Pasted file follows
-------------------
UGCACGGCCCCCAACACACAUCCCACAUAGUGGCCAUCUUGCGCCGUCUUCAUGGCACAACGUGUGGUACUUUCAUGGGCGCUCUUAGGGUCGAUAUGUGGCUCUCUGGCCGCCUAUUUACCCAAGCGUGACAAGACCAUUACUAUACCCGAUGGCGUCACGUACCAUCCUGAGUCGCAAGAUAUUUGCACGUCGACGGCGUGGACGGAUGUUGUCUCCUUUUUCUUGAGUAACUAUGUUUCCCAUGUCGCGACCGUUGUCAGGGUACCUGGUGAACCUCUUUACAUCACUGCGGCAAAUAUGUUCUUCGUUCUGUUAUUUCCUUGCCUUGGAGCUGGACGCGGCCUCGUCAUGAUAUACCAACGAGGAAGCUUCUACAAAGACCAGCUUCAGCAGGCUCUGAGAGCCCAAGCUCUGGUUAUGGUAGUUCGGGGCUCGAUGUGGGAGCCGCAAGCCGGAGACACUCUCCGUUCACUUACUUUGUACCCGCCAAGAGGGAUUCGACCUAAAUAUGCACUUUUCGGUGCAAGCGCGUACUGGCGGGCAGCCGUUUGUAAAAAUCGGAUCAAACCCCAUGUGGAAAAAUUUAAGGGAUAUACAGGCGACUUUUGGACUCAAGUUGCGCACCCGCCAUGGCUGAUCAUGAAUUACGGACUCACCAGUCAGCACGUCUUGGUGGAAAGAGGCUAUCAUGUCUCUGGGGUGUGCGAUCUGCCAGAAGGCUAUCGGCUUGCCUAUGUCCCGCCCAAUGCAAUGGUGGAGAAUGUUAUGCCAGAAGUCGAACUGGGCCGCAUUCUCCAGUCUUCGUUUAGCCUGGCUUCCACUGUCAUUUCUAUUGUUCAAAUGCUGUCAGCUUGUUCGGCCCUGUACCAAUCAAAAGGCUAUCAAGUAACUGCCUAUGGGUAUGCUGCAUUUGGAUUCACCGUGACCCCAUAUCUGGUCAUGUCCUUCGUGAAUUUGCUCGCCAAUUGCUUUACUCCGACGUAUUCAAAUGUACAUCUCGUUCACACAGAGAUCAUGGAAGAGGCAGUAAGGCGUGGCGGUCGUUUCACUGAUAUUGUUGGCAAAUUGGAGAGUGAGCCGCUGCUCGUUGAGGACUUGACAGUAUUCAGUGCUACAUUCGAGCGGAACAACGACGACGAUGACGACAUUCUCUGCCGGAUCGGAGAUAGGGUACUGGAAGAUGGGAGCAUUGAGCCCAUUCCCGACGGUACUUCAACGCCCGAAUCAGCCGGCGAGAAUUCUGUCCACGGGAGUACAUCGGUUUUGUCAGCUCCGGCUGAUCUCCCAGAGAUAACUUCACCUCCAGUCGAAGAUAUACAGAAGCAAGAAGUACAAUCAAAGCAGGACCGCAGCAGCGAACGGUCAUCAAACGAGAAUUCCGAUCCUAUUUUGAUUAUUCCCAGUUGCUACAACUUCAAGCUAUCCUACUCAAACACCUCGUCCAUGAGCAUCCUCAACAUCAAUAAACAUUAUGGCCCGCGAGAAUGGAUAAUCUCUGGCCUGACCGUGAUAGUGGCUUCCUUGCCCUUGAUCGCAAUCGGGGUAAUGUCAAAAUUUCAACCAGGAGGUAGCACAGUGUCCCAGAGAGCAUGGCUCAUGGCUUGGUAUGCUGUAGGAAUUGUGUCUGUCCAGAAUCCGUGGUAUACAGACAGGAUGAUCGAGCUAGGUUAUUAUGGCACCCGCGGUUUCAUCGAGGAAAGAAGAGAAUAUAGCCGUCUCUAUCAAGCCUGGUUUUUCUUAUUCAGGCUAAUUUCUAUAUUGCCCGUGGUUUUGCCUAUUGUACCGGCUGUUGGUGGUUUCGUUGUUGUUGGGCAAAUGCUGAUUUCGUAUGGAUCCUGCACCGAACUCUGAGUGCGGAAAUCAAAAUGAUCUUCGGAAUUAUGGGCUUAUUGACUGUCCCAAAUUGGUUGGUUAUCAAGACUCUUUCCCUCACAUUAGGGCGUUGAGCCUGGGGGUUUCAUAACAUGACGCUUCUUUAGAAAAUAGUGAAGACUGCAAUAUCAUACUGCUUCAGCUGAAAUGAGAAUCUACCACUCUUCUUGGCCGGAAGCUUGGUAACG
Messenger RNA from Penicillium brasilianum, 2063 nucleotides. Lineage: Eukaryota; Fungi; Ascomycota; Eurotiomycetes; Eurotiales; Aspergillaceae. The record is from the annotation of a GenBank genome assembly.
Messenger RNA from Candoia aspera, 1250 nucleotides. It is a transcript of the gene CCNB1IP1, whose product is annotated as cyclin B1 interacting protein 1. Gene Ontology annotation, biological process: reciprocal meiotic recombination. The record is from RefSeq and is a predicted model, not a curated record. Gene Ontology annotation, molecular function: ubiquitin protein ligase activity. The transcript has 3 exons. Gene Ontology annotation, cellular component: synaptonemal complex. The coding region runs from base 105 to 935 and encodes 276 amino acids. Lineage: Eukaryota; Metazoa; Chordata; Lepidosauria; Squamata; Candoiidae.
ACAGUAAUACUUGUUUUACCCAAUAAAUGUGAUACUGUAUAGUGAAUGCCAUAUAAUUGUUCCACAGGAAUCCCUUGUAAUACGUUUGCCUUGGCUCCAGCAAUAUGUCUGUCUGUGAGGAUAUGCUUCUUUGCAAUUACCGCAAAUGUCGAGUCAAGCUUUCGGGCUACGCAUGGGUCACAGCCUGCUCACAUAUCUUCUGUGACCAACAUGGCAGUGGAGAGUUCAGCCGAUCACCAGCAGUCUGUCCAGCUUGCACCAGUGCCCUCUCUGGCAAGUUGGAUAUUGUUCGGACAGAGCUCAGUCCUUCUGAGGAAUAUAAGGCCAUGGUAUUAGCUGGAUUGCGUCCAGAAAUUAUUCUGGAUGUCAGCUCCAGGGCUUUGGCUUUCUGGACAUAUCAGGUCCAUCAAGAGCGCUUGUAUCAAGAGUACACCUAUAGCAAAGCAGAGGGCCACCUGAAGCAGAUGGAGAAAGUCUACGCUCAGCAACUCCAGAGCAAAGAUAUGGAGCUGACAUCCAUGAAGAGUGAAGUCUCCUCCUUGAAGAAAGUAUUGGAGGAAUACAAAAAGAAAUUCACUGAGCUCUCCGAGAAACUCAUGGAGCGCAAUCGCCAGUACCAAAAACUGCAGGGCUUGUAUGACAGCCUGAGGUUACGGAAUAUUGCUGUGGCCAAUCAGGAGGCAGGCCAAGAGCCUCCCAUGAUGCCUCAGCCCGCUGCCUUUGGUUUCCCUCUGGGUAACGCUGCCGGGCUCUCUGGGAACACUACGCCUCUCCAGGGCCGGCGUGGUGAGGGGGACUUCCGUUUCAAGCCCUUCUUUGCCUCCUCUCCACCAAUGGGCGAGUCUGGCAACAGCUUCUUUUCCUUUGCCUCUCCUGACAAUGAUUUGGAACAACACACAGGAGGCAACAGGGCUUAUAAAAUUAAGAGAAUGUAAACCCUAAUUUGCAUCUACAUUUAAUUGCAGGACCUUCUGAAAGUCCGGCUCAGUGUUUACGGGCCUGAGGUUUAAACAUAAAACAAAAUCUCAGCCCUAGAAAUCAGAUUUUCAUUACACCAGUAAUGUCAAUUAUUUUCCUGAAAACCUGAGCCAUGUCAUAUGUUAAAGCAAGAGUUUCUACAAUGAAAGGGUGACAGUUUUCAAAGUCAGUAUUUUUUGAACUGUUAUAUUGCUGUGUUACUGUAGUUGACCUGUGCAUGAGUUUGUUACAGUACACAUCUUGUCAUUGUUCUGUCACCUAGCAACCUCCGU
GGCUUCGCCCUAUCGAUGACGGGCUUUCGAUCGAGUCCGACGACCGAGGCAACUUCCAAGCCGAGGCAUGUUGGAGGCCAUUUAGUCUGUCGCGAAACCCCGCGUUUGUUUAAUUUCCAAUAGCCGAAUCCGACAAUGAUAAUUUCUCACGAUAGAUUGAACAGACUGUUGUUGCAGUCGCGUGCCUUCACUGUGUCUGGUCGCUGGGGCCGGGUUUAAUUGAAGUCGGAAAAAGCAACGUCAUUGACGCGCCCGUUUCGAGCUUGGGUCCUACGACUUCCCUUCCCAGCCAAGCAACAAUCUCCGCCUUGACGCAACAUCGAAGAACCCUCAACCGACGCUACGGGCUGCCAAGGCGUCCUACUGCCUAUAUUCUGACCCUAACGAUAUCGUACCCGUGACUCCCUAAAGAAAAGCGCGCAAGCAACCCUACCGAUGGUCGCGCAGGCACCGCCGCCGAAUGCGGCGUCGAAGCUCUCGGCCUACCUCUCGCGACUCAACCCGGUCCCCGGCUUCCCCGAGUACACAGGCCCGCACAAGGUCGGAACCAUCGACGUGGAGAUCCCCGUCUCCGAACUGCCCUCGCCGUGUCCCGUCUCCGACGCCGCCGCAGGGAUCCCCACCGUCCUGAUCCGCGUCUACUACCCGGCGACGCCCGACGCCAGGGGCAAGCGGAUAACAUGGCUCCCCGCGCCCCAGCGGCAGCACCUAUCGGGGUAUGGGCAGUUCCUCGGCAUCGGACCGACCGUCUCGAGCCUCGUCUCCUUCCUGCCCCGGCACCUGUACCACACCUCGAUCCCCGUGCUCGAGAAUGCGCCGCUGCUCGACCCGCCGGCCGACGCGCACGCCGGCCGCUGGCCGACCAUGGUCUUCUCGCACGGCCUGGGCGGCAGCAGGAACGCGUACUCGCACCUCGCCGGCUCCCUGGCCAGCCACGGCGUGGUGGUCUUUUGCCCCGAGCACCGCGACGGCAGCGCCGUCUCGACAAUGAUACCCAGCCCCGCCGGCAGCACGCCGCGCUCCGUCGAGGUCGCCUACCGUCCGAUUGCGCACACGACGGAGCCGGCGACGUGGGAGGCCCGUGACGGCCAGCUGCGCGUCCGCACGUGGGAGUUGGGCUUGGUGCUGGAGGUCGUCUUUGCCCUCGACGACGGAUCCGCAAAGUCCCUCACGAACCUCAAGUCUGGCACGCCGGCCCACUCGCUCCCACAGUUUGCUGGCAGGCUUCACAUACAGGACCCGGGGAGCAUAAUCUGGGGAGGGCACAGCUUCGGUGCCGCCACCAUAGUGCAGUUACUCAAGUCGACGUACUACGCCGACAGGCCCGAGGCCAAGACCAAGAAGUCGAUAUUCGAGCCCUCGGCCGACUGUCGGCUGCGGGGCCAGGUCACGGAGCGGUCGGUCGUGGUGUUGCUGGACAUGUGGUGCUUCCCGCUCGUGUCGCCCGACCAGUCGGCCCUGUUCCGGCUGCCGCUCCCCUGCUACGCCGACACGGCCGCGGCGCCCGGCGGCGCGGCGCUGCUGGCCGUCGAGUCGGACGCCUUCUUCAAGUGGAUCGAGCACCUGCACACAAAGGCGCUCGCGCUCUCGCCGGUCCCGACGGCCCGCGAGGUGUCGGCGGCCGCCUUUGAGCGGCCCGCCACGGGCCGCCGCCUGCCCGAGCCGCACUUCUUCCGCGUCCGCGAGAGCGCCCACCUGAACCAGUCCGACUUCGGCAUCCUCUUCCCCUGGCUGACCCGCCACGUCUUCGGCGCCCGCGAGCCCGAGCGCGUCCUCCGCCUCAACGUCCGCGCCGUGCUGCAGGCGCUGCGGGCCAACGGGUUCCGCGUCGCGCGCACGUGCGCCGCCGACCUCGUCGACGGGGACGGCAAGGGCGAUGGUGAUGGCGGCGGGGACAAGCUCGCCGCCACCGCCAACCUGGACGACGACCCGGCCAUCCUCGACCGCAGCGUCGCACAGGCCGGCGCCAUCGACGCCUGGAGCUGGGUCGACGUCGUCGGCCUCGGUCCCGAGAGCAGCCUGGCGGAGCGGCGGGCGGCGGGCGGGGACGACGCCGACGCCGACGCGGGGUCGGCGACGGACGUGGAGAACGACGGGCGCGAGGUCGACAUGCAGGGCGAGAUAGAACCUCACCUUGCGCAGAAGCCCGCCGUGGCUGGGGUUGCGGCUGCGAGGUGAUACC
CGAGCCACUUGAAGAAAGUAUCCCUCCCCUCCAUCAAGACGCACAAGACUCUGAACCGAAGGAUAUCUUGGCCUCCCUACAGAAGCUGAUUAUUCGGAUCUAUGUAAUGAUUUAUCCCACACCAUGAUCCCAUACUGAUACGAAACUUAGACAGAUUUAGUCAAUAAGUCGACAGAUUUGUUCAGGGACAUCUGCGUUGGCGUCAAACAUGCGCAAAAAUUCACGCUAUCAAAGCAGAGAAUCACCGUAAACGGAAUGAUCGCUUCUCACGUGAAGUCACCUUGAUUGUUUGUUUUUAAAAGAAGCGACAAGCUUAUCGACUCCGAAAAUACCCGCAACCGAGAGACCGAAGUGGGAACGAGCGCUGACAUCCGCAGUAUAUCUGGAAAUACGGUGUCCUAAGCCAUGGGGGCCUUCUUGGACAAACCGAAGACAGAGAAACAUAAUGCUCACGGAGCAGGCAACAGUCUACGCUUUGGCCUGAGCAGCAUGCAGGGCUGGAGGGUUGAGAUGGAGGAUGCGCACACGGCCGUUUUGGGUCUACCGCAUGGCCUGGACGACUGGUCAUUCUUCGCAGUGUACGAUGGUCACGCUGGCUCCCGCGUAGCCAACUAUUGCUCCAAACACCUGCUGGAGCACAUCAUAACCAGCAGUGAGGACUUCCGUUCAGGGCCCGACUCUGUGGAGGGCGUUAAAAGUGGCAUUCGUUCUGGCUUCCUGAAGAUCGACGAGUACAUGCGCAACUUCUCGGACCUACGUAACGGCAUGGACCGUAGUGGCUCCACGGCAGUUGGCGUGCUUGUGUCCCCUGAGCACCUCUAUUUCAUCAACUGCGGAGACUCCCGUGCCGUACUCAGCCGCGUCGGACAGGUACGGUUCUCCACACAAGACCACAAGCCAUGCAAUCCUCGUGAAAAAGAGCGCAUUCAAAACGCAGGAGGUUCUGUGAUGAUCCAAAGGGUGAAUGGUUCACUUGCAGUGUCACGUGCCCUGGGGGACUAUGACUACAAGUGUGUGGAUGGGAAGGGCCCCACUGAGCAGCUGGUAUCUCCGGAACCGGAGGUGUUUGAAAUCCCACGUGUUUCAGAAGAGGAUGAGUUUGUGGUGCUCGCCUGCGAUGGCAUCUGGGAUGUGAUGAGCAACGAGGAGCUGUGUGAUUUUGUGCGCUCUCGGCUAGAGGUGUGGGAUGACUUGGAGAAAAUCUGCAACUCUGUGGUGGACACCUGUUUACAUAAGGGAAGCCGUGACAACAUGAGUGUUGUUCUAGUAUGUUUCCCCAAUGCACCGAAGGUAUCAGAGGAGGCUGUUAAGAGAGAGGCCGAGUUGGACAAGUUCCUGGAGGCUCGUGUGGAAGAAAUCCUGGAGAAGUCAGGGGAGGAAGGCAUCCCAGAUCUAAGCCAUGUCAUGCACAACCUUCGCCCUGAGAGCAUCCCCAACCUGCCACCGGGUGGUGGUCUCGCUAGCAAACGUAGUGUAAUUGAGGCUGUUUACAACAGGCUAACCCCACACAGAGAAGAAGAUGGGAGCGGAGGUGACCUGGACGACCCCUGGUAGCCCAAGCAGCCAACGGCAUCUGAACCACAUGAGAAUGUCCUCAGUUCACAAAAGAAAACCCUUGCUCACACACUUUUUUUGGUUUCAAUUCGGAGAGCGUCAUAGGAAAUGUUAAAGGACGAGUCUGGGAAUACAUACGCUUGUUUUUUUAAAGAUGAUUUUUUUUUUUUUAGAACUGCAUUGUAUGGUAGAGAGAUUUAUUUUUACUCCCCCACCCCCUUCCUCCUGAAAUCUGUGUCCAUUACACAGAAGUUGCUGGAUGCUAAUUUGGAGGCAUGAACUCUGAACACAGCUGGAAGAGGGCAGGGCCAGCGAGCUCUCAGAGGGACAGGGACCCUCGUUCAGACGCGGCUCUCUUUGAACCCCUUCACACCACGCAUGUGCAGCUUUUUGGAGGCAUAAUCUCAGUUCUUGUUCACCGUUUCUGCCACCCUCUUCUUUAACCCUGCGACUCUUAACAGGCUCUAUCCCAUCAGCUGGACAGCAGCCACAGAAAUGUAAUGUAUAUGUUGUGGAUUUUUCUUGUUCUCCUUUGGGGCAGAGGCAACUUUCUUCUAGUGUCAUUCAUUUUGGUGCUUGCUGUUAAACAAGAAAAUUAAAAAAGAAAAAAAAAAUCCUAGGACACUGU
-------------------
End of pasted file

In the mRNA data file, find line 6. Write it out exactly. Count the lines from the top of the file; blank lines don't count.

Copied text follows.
CGAGCCACUUGAAGAAAGUAUCCCUCCCCUCCAUCAAGACGCACAAGACUCUGAACCGAAGGAUAUCUUGGCCUCCCUACAGAAGCUGAUUAUUCGGAUCUAUGUAAUGAUUUAUCCCACACCAUGAUCCCAUACUGAUACGAAACUUAGACAGAUUUAGUCAAUAAGUCGACAGAUUUGUUCAGGGACAUCUGCGUUGGCGUCAAACAUGCGCAAAAAUUCACGCUAUCAAAGCAGAGAAUCACCGUAAACGGAAUGAUCGCUUCUCACGUGAAGUCACCUUGAUUGUUUGUUUUUAAAAGAAGCGACAAGCUUAUCGACUCCGAAAAUACCCGCAACCGAGAGACCGAAGUGGGAACGAGCGCUGACAUCCGCAGUAUAUCUGGAAAUACGGUGUCCUAAGCCAUGGGGGCCUUCUUGGACAAACCGAAGACAGAGAAACAUAAUGCUCACGGAGCAGGCAACAGUCUACGCUUUGGCCUGAGCAGCAUGCAGGGCUGGAGGGUUGAGAUGGAGGAUGCGCACACGGCCGUUUUGGGUCUACCGCAUGGCCUGGACGACUGGUCAUUCUUCGCAGUGUACGAUGGUCACGCUGGCUCCCGCGUAGCCAACUAUUGCUCCAAACACCUGCUGGAGCACAUCAUAACCAGCAGUGAGGACUUCCGUUCAGGGCCCGACUCUGUGGAGGGCGUUAAAAGUGGCAUUCGUUCUGGCUUCCUGAAGAUCGACGAGUACAUGCGCAACUUCUCGGACCUACGUAACGGCAUGGACCGUAGUGGCUCCACGGCAGUUGGCGUGCUUGUGUCCCCUGAGCACCUCUAUUUCAUCAACUGCGGAGACUCCCGUGCCGUACUCAGCCGCGUCGGACAGGUACGGUUCUCCACACAAGACCACAAGCCAUGCAAUCCUCGUGAAAAAGAGCGCAUUCAAAACGCAGGAGGUUCUGUGAUGAUCCAAAGGGUGAAUGGUUCACUUGCAGUGUCACGUGCCCUGGGGGACUAUGACUACAAGUGUGUGGAUGGGAAGGGCCCCACUGAGCAGCUGGUAUCUCCGGAACCGGAGGUGUUUGAAAUCCCACGUGUUUCAGAAGAGGAUGAGUUUGUGGUGCUCGCCUGCGAUGGCAUCUGGGAUGUGAUGAGCAACGAGGAGCUGUGUGAUUUUGUGCGCUCUCGGCUAGAGGUGUGGGAUGACUUGGAGAAAAUCUGCAACUCUGUGGUGGACACCUGUUUACAUAAGGGAAGCCGUGACAACAUGAGUGUUGUUCUAGUAUGUUUCCCCAAUGCACCGAAGGUAUCAGAGGAGGCUGUUAAGAGAGAGGCCGAGUUGGACAAGUUCCUGGAGGCUCGUGUGGAAGAAAUCCUGGAGAAGUCAGGGGAGGAAGGCAUCCCAGAUCUAAGCCAUGUCAUGCACAACCUUCGCCCUGAGAGCAUCCCCAACCUGCCACCGGGUGGUGGUCUCGCUAGCAAACGUAGUGUAAUUGAGGCUGUUUACAACAGGCUAACCCCACACAGAGAAGAAGAUGGGAGCGGAGGUGACCUGGACGACCCCUGGUAGCCCAAGCAGCCAACGGCAUCUGAACCACAUGAGAAUGUCCUCAGUUCACAAAAGAAAACCCUUGCUCACACACUUUUUUUGGUUUCAAUUCGGAGAGCGUCAUAGGAAAUGUUAAAGGACGAGUCUGGGAAUACAUACGCUUGUUUUUUUAAAGAUGAUUUUUUUUUUUUUAGAACUGCAUUGUAUGGUAGAGAGAUUUAUUUUUACUCCCCCACCCCCUUCCUCCUGAAAUCUGUGUCCAUUACACAGAAGUUGCUGGAUGCUAAUUUGGAGGCAUGAACUCUGAACACAGCUGGAAGAGGGCAGGGCCAGCGAGCUCUCAGAGGGACAGGGACCCUCGUUCAGACGCGGCUCUCUUUGAACCCCUUCACACCACGCAUGUGCAGCUUUUUGGAGGCAUAAUCUCAGUUCUUGUUCACCGUUUCUGCCACCCUCUUCUUUAACCCUGCGACUCUUAACAGGCUCUAUCCCAUCAGCUGGACAGCAGCCACAGAAAUGUAAUGUAUAUGUUGUGGAUUUUUCUUGUUCUCCUUUGGGGCAGAGGCAACUUUCUUCUAGUGUCAUUCAUUUUGGUGCUUGCUGUUAAACAAGAAAAUUAAAAAAGAAAAAAAAAAUCCUAGGACACUGU